Today's an expensive day for Councilman Chris Seelbach.
That's because Seelbach is writing a check today for $1,218.59 to the city of Cincinnati to get local hyper-conservative "watchdog" group COAST to dismiss a lawsuit alleging that Seelbach's May trip to Washington, D.C., to accept an award for instigating positive change was an unlawful expenditure of taxpayer dollars.
As a refresher, we're talking about the trip when Seelbach was one of 10 community leaders around the nation selected to receive the Harvey Milk Champion of Change award for his accomplishments in protecting the city's LGBT community — particularly through his efforts to extend equal partner health insurance to all city employees, create an LGBT liaison in the city's fire and police departments and requiring anyone accepting city funding to follow a non-discrimination policy — a national recognition of championing Cincinnati's progression toward social justice in the past few years.
In an email from his campaign, he says that the city's law department wants to move forward with the lawsuit because the allegations are so frivolous, but Seelbach decided to just use his own personal money to prevent the city from having to spend close to $30,000 of the same taxpayer money COAST is complaining about to prove that they're wrong.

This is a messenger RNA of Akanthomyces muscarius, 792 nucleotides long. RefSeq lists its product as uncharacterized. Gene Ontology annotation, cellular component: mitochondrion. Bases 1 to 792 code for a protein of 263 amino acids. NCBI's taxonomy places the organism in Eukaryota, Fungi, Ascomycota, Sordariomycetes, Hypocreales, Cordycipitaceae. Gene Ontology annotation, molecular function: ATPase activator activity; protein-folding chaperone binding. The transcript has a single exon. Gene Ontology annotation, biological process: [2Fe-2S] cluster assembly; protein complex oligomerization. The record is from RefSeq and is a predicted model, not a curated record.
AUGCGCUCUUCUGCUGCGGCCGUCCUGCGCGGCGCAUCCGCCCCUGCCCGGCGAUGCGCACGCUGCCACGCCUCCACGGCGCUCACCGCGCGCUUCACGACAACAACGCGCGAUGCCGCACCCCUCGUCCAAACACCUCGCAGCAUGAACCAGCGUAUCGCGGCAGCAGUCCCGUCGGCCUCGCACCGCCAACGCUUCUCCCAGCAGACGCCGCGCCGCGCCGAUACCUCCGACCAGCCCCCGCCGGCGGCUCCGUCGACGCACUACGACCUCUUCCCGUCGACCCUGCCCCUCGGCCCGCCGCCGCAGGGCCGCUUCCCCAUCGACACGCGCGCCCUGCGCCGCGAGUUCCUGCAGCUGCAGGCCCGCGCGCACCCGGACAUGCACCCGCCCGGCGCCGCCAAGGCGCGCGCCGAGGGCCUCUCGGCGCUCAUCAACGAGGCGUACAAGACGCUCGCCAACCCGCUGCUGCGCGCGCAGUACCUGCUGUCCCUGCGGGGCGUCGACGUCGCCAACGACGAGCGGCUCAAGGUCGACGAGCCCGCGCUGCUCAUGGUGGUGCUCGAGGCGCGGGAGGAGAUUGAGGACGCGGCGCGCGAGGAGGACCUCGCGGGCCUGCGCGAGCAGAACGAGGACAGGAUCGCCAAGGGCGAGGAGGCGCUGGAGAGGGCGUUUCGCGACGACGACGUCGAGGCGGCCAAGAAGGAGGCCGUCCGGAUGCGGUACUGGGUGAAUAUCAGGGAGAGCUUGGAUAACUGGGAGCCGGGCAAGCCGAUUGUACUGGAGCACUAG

On Aug. 28, Chris Finney, chief crusader at COAST, sent a letter to the office of the city solicitor alleging that the city had committed a "misapplication of corporate funds" by sponsoring Chris Seelbach's May trip to Washington, D.C., complaining that Seelbach and his staffers "upgraded" their hotel rooms.
Curp says that the rooms weren't only never upgraded — Seelbach and his staffers shared rooms — but that the councilman didn't even request reimbursement for several other eligible expense, like parking, meals and taxi fares — and flew out of Louisville, Ky., to take advantage of cheaper airfare.
City Solicitor John Curp's five-page response to Finney, he refutes every claim made by COAST and ends the letter by citing an Ohio Supreme Court case that effectively ruled that private citizens (like Chris Finney and all the other COASTers) constantly contesting official acts and expenditures doesn't benefit the city and should only be allowed when it could cause serious public injury if ignored. Here's Curp's full response: